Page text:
All Eden traditional organic Japanese pasta is packed in boxes made from recycled and recyclable paperboard, one of the most environmentally friendly packages available. According to the 100% Recycled Paperboard Alliance (RPA100.com), "Fourteen trees are saved for each ton of paperboard converted to 100% recycled paperboard. Trees are critical to the sequestration of CO2 (a greenhouse gas) in North America. For each ton of paperboard converted to 100% recycled paperboard, an equal amount of recovered fiber has been diverted from municipal landfills. Production of 100% recycled paperboard uses 50% less energy than virgin grades of paperboard, thus significantly reducing greenhouse gases released into the environment."
The twelfth century healer St. Hildegard von Bingen wrote, "Spelt is the best of grains. It is rich and nourishing and milder than other grains. It produces a strong body and healthy blood for those who eat it and it makes the spirit of man light and cheerful." She believed spelt was "the easiest to digest of all grain." Many sensitive to modern wheat enjoy spelt and its water soluble gluten.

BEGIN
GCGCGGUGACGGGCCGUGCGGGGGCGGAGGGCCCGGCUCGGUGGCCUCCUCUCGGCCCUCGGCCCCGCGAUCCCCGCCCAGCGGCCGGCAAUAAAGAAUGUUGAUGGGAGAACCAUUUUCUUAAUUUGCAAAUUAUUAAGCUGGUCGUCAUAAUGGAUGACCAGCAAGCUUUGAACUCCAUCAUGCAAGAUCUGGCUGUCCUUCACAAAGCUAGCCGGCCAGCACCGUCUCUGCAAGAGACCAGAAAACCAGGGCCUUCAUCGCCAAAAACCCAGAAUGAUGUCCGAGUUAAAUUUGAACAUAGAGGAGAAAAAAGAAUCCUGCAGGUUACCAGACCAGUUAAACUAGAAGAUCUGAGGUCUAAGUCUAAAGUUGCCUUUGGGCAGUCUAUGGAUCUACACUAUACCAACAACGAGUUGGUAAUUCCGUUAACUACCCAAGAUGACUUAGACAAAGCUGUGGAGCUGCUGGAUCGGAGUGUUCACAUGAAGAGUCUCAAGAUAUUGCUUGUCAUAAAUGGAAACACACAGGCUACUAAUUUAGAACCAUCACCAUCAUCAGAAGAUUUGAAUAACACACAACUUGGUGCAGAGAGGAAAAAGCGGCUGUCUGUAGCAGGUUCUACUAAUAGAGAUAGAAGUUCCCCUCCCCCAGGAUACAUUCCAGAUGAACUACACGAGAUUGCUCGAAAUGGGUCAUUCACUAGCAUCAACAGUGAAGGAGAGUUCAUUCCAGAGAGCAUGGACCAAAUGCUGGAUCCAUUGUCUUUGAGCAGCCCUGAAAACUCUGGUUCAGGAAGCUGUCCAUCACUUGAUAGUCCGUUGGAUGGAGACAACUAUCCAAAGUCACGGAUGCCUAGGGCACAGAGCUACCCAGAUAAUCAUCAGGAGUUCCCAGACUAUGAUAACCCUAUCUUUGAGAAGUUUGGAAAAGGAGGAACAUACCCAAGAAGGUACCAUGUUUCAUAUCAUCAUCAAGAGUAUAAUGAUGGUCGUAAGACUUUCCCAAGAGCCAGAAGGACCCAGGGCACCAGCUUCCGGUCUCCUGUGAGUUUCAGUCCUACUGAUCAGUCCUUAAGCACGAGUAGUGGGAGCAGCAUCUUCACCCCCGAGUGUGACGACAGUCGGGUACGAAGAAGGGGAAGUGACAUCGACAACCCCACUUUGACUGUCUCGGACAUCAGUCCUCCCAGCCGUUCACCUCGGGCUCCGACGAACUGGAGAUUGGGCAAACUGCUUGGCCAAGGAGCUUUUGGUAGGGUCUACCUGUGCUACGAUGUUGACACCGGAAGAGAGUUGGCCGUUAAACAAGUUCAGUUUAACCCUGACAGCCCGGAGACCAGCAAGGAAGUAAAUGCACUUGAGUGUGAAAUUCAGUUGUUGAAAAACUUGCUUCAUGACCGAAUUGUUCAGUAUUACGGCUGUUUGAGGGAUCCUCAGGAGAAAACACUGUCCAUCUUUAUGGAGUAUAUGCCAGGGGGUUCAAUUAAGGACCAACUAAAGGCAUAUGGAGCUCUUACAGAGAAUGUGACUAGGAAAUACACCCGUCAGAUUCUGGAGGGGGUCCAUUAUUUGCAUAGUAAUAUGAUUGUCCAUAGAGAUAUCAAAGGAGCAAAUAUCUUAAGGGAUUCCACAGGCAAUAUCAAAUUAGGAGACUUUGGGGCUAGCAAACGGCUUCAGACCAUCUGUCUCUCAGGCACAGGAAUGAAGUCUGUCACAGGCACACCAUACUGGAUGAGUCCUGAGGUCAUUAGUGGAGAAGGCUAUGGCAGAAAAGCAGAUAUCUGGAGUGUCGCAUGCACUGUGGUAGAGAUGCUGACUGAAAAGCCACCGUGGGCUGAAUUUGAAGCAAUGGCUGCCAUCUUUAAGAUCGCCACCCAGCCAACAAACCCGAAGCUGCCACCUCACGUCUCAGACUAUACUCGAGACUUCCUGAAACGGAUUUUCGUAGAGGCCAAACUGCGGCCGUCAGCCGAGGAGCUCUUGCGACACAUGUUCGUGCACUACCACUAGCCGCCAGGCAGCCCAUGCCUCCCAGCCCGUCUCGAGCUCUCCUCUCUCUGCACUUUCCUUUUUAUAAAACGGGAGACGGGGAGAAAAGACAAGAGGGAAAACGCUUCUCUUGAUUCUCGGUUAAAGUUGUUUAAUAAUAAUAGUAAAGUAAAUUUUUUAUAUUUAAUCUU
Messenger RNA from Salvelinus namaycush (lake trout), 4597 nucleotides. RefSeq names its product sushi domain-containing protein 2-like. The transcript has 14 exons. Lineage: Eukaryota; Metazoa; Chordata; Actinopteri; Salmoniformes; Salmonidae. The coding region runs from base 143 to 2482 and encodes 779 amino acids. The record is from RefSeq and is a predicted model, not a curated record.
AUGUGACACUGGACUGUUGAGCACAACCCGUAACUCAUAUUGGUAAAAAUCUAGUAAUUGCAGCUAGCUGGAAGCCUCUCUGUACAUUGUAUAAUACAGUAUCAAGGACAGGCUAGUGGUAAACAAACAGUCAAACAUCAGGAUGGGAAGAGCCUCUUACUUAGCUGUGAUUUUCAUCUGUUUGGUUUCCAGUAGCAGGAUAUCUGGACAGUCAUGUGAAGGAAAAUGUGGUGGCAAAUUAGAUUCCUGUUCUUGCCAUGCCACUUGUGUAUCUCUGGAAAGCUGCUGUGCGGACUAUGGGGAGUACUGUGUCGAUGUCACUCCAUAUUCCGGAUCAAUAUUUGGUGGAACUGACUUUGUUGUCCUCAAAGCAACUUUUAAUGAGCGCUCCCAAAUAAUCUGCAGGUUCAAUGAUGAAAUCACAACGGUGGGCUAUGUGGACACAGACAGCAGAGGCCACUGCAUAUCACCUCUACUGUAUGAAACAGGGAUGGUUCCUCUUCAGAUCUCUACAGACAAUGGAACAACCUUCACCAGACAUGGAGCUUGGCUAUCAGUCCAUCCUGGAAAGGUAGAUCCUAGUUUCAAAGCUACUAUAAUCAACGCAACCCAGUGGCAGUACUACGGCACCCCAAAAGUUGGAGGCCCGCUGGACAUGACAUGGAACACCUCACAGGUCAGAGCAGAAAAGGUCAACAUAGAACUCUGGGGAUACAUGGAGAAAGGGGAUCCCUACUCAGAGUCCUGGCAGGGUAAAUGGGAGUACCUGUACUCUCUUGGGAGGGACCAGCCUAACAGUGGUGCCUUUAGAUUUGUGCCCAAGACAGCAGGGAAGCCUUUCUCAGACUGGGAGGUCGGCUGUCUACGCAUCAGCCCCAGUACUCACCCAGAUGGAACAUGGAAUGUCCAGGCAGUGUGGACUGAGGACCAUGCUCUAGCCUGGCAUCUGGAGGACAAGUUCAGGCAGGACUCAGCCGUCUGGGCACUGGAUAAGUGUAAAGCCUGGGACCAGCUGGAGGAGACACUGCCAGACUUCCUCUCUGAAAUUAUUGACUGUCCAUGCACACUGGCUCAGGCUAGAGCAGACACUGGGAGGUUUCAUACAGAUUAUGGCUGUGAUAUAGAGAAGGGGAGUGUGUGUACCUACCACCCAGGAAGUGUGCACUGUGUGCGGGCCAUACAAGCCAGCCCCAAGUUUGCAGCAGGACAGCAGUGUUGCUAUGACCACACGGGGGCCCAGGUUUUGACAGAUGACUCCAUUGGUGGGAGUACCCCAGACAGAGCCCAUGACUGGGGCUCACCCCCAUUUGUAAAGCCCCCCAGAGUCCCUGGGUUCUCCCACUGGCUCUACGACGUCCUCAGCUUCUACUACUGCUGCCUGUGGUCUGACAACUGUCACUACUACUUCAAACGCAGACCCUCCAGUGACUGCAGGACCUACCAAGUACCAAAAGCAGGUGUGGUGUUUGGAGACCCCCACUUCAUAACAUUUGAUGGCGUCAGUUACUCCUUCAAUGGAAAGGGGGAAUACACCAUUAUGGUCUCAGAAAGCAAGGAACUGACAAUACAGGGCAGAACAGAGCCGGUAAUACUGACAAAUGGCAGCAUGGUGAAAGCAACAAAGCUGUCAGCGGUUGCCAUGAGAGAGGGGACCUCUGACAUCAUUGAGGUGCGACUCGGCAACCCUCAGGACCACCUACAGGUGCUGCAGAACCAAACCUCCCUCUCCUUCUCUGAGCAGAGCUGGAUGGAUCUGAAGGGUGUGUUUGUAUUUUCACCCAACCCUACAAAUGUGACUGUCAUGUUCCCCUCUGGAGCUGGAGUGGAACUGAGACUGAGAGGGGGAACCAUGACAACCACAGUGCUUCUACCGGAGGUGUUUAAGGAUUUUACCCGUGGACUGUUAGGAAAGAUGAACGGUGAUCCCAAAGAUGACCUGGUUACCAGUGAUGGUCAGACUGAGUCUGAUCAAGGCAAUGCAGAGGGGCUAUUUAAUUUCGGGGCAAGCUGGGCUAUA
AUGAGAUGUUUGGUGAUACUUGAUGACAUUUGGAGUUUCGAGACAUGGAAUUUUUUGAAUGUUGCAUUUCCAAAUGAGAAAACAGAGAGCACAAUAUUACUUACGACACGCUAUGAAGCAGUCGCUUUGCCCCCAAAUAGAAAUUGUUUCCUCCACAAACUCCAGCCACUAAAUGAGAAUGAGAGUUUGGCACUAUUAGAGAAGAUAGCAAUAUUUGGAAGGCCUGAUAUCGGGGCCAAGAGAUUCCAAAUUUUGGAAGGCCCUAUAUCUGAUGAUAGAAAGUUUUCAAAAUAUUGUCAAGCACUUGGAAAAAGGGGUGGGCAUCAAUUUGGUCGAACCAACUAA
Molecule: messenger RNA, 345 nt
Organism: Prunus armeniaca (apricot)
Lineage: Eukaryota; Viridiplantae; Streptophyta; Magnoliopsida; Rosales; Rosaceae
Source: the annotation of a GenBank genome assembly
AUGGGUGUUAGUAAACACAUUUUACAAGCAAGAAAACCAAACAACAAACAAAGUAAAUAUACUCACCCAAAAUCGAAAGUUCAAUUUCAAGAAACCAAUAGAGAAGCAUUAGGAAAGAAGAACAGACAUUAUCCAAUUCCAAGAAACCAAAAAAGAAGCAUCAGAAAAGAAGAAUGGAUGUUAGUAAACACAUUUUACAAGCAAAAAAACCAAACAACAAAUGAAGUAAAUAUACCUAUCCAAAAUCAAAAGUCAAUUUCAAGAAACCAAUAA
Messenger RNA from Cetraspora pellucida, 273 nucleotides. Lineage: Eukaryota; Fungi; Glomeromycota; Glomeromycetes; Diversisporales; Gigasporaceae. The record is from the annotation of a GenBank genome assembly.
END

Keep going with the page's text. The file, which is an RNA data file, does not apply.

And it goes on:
Spelt Triticum spelta is an ancient, distantly related variety of, modern wheat grown about 9,000 years ago in the Fertile Crest area around Iraq, Iran, Jordan, and northern Greece. In Italy spelt is known as 'farro, farricello, Zea, and siligo' and in Germany as 'dinkle'. This ancient grain was the staple bread wheat of Europe and the Middle East until it was displaced by modern hybrid wheat. In Europe spelt is still a major food crop especially in Germany, Switzerland, and the Ardens region of Belgium. Spelt has a strong hull that clings to the grain and is difficult to remove with regular thrashing. This hull, however, is a great asset protecting the grain from insects and pollutants, while retaining nutrients, moisture, and freshness during storage. Buckwheat Fagopyrum esculentum or F. sagittatum is an ancient wild grass that is not a true grain of the Graminae family, but is considered a pseudo grain, cultivated for thousands of years in northern Europe and Asia. Both buckwheat and spelt require very little nitrogen in the soil to grow well and naturally tends to choke out weeds. Perfect crops for organic agriculture.